Small businesses call for government to deliver on pre-election promises

SME owners want pledges on key issues such as business rates and red tape to be fulfilled, finds a study.

Small company owners in the UK have unanimously called for the Chancellor’s second financial statement in four months to realise pre-election promises for the sector given in the emergency budget on July 8th. 

Enterprise software company Sage surveyed a sample of 400 small business owners, which revealed an undisputable call for the government to deliver on key issues such as business rates and red tape for small businesses.

Sage UKI managing director Lee Perkins says, ‘The UK economy is at an exciting place today, with unemployment rates at a record low and soaring trade figures.

‘Yet consumer confidence and high street footfall is down, and there are over 40,000 empty shops in the UK,’ he adds, referring to the high business rates keeping small businesses off the high street.

George Osborne has outlined the priorities for the summer Budget, including new laws to set into stone no rises in income tax, VAT and national insurance.

Perkins says this is all very positive for small businesses, but that such businesses would also like to see immediate action tackling the current inefficient and outdated business rate system in the UK.

‘Heading into his first budget after the Conservative’s election victory in May, Osborne has a clear foundation of confidence from the small business community with over two thirds stating they are either very or fairly confident he is able to deliver economic growth over the next five years,’ he adds.

‘Osborne has a task ahead of him to deliver tangible results despite a show of confidence as over a third of small businesses saw no real change to their business position over the last five years.’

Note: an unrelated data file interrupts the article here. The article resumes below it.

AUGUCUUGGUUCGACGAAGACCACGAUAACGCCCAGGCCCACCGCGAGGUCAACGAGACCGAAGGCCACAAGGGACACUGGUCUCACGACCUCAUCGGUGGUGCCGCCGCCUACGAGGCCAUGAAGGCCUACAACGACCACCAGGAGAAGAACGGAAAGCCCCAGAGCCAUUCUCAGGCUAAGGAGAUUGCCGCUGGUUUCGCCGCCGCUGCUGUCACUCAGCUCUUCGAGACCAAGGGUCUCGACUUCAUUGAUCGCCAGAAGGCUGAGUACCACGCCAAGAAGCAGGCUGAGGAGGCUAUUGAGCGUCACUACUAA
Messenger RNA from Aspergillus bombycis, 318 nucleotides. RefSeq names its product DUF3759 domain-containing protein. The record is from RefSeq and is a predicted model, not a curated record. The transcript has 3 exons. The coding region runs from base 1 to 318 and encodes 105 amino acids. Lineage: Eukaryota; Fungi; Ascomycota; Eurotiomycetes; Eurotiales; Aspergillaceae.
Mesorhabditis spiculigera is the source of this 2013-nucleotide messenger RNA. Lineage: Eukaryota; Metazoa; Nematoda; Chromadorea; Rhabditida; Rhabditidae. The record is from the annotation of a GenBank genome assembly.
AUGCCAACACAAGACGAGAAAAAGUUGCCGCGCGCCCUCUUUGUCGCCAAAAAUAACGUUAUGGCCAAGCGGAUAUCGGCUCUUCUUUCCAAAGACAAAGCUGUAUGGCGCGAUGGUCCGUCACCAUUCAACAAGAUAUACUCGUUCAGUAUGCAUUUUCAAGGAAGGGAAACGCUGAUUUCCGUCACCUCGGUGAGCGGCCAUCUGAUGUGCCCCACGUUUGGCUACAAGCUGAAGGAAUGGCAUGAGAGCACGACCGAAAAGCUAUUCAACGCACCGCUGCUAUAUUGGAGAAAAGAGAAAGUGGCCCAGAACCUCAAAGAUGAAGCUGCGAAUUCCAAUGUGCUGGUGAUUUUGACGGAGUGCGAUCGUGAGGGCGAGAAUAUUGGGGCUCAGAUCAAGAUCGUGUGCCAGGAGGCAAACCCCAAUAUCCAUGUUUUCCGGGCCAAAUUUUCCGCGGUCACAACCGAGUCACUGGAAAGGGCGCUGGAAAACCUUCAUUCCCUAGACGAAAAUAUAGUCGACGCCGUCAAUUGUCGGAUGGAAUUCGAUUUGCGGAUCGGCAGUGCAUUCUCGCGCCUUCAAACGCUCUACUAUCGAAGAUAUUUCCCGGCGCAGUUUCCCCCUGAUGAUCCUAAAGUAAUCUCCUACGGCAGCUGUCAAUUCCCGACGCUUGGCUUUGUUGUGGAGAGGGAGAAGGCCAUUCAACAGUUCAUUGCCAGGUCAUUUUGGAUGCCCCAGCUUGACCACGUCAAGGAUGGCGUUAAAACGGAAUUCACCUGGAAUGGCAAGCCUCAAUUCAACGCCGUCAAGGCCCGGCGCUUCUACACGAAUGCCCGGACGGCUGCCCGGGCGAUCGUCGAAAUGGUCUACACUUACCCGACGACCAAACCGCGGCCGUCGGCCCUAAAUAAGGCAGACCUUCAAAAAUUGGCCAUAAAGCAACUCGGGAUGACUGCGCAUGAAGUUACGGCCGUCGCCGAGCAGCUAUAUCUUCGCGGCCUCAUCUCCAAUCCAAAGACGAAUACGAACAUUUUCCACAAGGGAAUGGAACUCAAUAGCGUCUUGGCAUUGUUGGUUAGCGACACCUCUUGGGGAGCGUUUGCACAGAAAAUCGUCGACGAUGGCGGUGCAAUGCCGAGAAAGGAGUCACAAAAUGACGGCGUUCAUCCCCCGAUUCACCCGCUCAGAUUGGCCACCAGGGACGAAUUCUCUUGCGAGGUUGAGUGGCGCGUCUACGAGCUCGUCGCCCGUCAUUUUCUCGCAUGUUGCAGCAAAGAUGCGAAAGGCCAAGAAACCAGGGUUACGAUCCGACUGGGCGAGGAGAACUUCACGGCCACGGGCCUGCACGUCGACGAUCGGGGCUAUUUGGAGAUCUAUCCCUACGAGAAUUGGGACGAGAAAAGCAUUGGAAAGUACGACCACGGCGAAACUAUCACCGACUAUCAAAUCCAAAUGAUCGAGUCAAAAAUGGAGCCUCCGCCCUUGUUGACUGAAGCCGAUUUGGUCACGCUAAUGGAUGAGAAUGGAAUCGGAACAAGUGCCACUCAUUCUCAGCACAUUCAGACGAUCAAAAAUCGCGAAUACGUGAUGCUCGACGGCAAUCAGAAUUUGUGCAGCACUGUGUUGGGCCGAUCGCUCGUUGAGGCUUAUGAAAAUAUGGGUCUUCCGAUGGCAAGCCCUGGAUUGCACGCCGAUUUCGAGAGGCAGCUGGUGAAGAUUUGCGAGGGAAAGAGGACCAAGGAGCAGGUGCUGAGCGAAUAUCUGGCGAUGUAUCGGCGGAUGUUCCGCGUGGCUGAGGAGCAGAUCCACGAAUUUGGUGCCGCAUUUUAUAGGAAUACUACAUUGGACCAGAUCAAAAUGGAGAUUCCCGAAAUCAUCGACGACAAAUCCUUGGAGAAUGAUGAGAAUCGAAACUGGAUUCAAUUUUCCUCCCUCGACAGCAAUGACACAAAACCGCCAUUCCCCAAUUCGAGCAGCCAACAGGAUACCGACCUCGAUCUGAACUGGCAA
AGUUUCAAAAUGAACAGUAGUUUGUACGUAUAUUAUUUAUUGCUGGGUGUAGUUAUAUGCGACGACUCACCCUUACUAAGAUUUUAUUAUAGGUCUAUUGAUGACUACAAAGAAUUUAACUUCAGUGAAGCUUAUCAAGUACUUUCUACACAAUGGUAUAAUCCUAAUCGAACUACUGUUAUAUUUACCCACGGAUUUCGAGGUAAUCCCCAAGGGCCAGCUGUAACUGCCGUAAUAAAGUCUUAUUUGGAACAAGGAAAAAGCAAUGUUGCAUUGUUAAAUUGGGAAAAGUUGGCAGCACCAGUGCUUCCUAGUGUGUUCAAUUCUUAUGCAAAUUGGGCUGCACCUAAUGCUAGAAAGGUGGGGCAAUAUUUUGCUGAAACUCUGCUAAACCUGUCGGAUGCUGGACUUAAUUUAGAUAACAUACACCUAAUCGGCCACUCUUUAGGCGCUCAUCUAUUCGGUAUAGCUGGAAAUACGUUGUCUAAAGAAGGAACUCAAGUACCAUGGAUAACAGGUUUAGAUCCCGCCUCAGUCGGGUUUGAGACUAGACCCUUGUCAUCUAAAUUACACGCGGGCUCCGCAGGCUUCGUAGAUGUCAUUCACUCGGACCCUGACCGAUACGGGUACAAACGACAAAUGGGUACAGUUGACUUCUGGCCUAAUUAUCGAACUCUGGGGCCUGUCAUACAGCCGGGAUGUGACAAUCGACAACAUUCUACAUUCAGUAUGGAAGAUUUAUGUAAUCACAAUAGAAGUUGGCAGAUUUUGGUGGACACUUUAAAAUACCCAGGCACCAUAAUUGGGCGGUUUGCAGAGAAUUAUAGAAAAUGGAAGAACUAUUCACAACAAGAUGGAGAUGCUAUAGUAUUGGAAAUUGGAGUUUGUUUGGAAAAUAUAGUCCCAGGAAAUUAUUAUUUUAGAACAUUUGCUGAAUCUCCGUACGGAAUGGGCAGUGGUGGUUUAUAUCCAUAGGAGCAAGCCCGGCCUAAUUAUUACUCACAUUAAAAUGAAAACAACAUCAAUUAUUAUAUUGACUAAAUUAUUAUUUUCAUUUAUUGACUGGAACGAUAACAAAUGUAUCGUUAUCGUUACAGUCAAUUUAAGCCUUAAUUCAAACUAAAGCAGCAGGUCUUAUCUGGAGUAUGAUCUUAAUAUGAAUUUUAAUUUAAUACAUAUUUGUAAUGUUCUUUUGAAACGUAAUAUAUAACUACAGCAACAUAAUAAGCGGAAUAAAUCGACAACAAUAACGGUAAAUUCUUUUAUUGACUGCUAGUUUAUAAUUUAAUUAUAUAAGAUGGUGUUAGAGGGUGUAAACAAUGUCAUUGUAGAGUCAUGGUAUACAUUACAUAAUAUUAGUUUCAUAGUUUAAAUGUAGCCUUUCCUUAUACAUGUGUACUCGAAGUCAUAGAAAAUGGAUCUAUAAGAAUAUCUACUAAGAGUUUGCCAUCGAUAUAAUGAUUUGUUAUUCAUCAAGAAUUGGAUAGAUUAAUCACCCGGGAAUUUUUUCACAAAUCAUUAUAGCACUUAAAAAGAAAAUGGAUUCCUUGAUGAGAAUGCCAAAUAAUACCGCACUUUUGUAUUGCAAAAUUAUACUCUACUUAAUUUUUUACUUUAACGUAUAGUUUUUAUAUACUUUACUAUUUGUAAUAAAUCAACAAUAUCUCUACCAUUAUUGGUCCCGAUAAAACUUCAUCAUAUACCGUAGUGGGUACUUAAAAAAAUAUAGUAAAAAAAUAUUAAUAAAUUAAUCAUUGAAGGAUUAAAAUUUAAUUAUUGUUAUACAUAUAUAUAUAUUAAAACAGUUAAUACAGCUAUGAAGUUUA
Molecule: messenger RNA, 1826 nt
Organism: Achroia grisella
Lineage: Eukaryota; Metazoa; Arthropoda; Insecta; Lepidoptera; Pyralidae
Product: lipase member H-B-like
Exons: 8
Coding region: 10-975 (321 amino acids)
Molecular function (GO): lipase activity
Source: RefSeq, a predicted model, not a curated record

Millions of companies in the UK are defined as ‘small businesses’, accounting for around a third of the entire private sector’s turnover. At present, there are almost 1.2 million of these small businesses occupying properties with a rateable value of less than £12,000 and they make up less than six per cent of the total tax revenue from business rates.

The impact of these high business rates on small retailers, however, is staggering, with industry projections indicating that one in five of these companies would be forced to close by 2018.

Reducing red tape is also a major priority for small businesses, with more than half of business owners in the survey citing this as an issue the Chancellor should prioritise.

‘If the Chancellor is to follow through with the Conservative party campaign message that it is with the ‘grafters and the roofers and the retailers and the plumbers’, he will need to demonstrate the government’s support of small businesses with clear actions that could ultimately lead to a British small business renaissance,’ Perkins says.

Further reading on government and small businesses

Ben Lobel

Ben Lobel

Ben Lobel was the editor of from 2010 to 2018. He specialises in writing for start-up and scale-up companies in the areas of finance, marketing and HR.

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